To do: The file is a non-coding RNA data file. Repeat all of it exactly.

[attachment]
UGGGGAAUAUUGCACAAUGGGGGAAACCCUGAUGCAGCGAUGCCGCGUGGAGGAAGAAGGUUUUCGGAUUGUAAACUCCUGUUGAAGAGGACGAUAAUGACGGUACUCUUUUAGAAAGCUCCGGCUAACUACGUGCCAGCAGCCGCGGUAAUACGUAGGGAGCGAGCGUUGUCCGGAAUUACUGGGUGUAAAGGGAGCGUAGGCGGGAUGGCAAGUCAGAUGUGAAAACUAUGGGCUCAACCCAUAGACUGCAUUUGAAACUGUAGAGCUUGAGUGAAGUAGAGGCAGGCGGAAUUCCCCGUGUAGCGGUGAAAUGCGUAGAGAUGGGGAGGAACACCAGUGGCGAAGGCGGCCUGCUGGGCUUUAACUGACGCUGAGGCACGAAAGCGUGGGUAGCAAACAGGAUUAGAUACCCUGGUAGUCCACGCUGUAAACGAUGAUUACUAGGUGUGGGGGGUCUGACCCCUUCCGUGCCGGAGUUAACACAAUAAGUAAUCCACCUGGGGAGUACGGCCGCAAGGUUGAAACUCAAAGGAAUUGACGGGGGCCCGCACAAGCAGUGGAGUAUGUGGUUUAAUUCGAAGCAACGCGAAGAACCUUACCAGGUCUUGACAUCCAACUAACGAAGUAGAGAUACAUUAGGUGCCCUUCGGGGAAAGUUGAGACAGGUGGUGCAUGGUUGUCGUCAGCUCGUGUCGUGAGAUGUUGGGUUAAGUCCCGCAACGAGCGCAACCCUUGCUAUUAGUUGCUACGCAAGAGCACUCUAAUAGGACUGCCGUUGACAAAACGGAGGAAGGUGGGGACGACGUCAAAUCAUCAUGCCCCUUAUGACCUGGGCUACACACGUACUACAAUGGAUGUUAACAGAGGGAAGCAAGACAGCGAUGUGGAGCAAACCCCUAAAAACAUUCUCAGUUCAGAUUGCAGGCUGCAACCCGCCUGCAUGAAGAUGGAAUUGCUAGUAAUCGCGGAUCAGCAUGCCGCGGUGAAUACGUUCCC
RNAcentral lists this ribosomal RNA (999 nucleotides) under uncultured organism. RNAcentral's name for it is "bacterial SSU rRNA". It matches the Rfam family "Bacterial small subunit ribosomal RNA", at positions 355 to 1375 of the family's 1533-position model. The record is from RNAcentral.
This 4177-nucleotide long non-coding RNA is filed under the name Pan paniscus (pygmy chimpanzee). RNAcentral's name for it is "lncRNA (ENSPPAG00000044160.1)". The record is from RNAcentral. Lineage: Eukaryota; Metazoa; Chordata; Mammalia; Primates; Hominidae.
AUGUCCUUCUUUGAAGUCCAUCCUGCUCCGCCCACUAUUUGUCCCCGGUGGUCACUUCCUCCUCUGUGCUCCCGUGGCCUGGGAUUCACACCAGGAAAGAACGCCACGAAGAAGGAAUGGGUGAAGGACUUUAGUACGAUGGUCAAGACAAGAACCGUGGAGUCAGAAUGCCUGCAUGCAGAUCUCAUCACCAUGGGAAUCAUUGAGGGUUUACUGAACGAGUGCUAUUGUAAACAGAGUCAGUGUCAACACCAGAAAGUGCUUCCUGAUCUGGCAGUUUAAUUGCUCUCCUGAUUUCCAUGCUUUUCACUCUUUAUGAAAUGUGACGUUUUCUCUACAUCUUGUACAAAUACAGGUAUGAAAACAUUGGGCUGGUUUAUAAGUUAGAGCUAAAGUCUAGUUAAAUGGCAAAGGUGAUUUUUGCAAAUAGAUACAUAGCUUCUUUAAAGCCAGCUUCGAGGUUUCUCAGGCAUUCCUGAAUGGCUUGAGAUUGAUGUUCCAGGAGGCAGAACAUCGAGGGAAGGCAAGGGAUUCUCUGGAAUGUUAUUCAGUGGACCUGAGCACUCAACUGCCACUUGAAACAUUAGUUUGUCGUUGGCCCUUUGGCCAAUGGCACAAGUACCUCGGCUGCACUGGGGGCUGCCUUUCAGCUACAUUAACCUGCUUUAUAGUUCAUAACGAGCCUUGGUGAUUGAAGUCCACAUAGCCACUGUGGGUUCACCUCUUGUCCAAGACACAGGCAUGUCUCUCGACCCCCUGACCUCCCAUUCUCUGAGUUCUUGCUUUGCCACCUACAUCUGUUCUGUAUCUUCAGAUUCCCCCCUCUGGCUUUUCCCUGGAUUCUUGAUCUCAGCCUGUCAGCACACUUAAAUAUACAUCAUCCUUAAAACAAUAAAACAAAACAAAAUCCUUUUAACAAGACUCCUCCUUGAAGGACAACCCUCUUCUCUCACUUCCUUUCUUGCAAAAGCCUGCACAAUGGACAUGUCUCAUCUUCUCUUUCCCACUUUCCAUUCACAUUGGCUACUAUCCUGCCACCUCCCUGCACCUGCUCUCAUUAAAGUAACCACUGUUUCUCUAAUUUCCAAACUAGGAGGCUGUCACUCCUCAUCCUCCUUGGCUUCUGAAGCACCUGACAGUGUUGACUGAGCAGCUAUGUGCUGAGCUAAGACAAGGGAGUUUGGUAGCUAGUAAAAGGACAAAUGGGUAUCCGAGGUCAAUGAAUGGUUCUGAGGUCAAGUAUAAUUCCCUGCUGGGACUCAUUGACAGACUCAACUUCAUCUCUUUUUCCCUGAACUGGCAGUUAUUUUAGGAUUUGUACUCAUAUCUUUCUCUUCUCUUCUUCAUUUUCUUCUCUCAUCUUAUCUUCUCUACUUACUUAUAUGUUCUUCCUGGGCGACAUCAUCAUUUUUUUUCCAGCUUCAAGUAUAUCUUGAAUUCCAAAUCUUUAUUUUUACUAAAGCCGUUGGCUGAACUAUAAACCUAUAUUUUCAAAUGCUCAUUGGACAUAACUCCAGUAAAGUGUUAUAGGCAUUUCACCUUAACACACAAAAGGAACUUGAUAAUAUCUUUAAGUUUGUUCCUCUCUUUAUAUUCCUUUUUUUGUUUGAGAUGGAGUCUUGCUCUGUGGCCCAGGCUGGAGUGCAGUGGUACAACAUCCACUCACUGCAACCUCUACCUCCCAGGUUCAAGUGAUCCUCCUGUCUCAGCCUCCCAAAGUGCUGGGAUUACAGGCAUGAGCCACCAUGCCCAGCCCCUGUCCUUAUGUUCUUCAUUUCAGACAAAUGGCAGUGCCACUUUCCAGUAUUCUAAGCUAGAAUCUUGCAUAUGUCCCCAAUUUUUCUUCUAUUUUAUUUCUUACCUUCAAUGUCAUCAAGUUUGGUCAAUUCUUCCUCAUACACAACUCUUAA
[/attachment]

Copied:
UGGGGAAUAUUGCACAAUGGGGGAAACCCUGAUGCAGCGAUGCCGCGUGGAGGAAGAAGGUUUUCGGAUUGUAAACUCCUGUUGAAGAGGACGAUAAUGACGGUACUCUUUUAGAAAGCUCCGGCUAACUACGUGCCAGCAGCCGCGGUAAUACGUAGGGAGCGAGCGUUGUCCGGAAUUACUGGGUGUAAAGGGAGCGUAGGCGGGAUGGCAAGUCAGAUGUGAAAACUAUGGGCUCAACCCAUAGACUGCAUUUGAAACUGUAGAGCUUGAGUGAAGUAGAGGCAGGCGGAAUUCCCCGUGUAGCGGUGAAAUGCGUAGAGAUGGGGAGGAACACCAGUGGCGAAGGCGGCCUGCUGGGCUUUAACUGACGCUGAGGCACGAAAGCGUGGGUAGCAAACAGGAUUAGAUACCCUGGUAGUCCACGCUGUAAACGAUGAUUACUAGGUGUGGGGGGUCUGACCCCUUCCGUGCCGGAGUUAACACAAUAAGUAAUCCACCUGGGGAGUACGGCCGCAAGGUUGAAACUCAAAGGAAUUGACGGGGGCCCGCACAAGCAGUGGAGUAUGUGGUUUAAUUCGAAGCAACGCGAAGAACCUUACCAGGUCUUGACAUCCAACUAACGAAGUAGAGAUACAUUAGGUGCCCUUCGGGGAAAGUUGAGACAGGUGGUGCAUGGUUGUCGUCAGCUCGUGUCGUGAGAUGUUGGGUUAAGUCCCGCAACGAGCGCAACCCUUGCUAUUAGUUGCUACGCAAGAGCACUCUAAUAGGACUGCCGUUGACAAAACGGAGGAAGGUGGGGACGACGUCAAAUCAUCAUGCCCCUUAUGACCUGGGCUACACACGUACUACAAUGGAUGUUAACAGAGGGAAGCAAGACAGCGAUGUGGAGCAAACCCCUAAAAACAUUCUCAGUUCAGAUUGCAGGCUGCAACCCGCCUGCAUGAAGAUGGAAUUGCUAGUAAUCGCGGAUCAGCAUGCCGCGGUGAAUACGUUCCC
RNAcentral lists this ribosomal RNA (999 nucleotides) under uncultured organism. RNAcentral's name for it is "bacterial SSU rRNA". It matches the Rfam family "Bacterial small subunit ribosomal RNA", at positions 355 to 1375 of the family's 1533-position model. The record is from RNAcentral.
This 4177-nucleotide long non-coding RNA is filed under the name Pan paniscus (pygmy chimpanzee). RNAcentral's name for it is "lncRNA (ENSPPAG00000044160.1)". The record is from RNAcentral. Lineage: Eukaryota; Metazoa; Chordata; Mammalia; Primates; Hominidae.
AUGUCCUUCUUUGAAGUCCAUCCUGCUCCGCCCACUAUUUGUCCCCGGUGGUCACUUCCUCCUCUGUGCUCCCGUGGCCUGGGAUUCACACCAGGAAAGAACGCCACGAAGAAGGAAUGGGUGAAGGACUUUAGUACGAUGGUCAAGACAAGAACCGUGGAGUCAGAAUGCCUGCAUGCAGAUCUCAUCACCAUGGGAAUCAUUGAGGGUUUACUGAACGAGUGCUAUUGUAAACAGAGUCAGUGUCAACACCAGAAAGUGCUUCCUGAUCUGGCAGUUUAAUUGCUCUCCUGAUUUCCAUGCUUUUCACUCUUUAUGAAAUGUGACGUUUUCUCUACAUCUUGUACAAAUACAGGUAUGAAAACAUUGGGCUGGUUUAUAAGUUAGAGCUAAAGUCUAGUUAAAUGGCAAAGGUGAUUUUUGCAAAUAGAUACAUAGCUUCUUUAAAGCCAGCUUCGAGGUUUCUCAGGCAUUCCUGAAUGGCUUGAGAUUGAUGUUCCAGGAGGCAGAACAUCGAGGGAAGGCAAGGGAUUCUCUGGAAUGUUAUUCAGUGGACCUGAGCACUCAACUGCCACUUGAAACAUUAGUUUGUCGUUGGCCCUUUGGCCAAUGGCACAAGUACCUCGGCUGCACUGGGGGCUGCCUUUCAGCUACAUUAACCUGCUUUAUAGUUCAUAACGAGCCUUGGUGAUUGAAGUCCACAUAGCCACUGUGGGUUCACCUCUUGUCCAAGACACAGGCAUGUCUCUCGACCCCCUGACCUCCCAUUCUCUGAGUUCUUGCUUUGCCACCUACAUCUGUUCUGUAUCUUCAGAUUCCCCCCUCUGGCUUUUCCCUGGAUUCUUGAUCUCAGCCUGUCAGCACACUUAAAUAUACAUCAUCCUUAAAACAAUAAAACAAAACAAAAUCCUUUUAACAAGACUCCUCCUUGAAGGACAACCCUCUUCUCUCACUUCCUUUCUUGCAAAAGCCUGCACAAUGGACAUGUCUCAUCUUCUCUUUCCCACUUUCCAUUCACAUUGGCUACUAUCCUGCCACCUCCCUGCACCUGCUCUCAUUAAAGUAACCACUGUUUCUCUAAUUUCCAAACUAGGAGGCUGUCACUCCUCAUCCUCCUUGGCUUCUGAAGCACCUGACAGUGUUGACUGAGCAGCUAUGUGCUGAGCUAAGACAAGGGAGUUUGGUAGCUAGUAAAAGGACAAAUGGGUAUCCGAGGUCAAUGAAUGGUUCUGAGGUCAAGUAUAAUUCCCUGCUGGGACUCAUUGACAGACUCAACUUCAUCUCUUUUUCCCUGAACUGGCAGUUAUUUUAGGAUUUGUACUCAUAUCUUUCUCUUCUCUUCUUCAUUUUCUUCUCUCAUCUUAUCUUCUCUACUUACUUAUAUGUUCUUCCUGGGCGACAUCAUCAUUUUUUUUCCAGCUUCAAGUAUAUCUUGAAUUCCAAAUCUUUAUUUUUACUAAAGCCGUUGGCUGAACUAUAAACCUAUAUUUUCAAAUGCUCAUUGGACAUAACUCCAGUAAAGUGUUAUAGGCAUUUCACCUUAACACACAAAAGGAACUUGAUAAUAUCUUUAAGUUUGUUCCUCUCUUUAUAUUCCUUUUUUUGUUUGAGAUGGAGUCUUGCUCUGUGGCCCAGGCUGGAGUGCAGUGGUACAACAUCCACUCACUGCAACCUCUACCUCCCAGGUUCAAGUGAUCCUCCUGUCUCAGCCUCCCAAAGUGCUGGGAUUACAGGCAUGAGCCACCAUGCCCAGCCCCUGUCCUUAUGUUCUUCAUUUCAGACAAAUGGCAGUGCCACUUUCCAGUAUUCUAAGCUAGAAUCUUGCAUAUGUCCCCAAUUUUUCUUCUAUUUUAUUUCUUACCUUCAAUGUCAUCAAGUUUGGUCAAUUCUUCCUCAUACACAACUCUUAA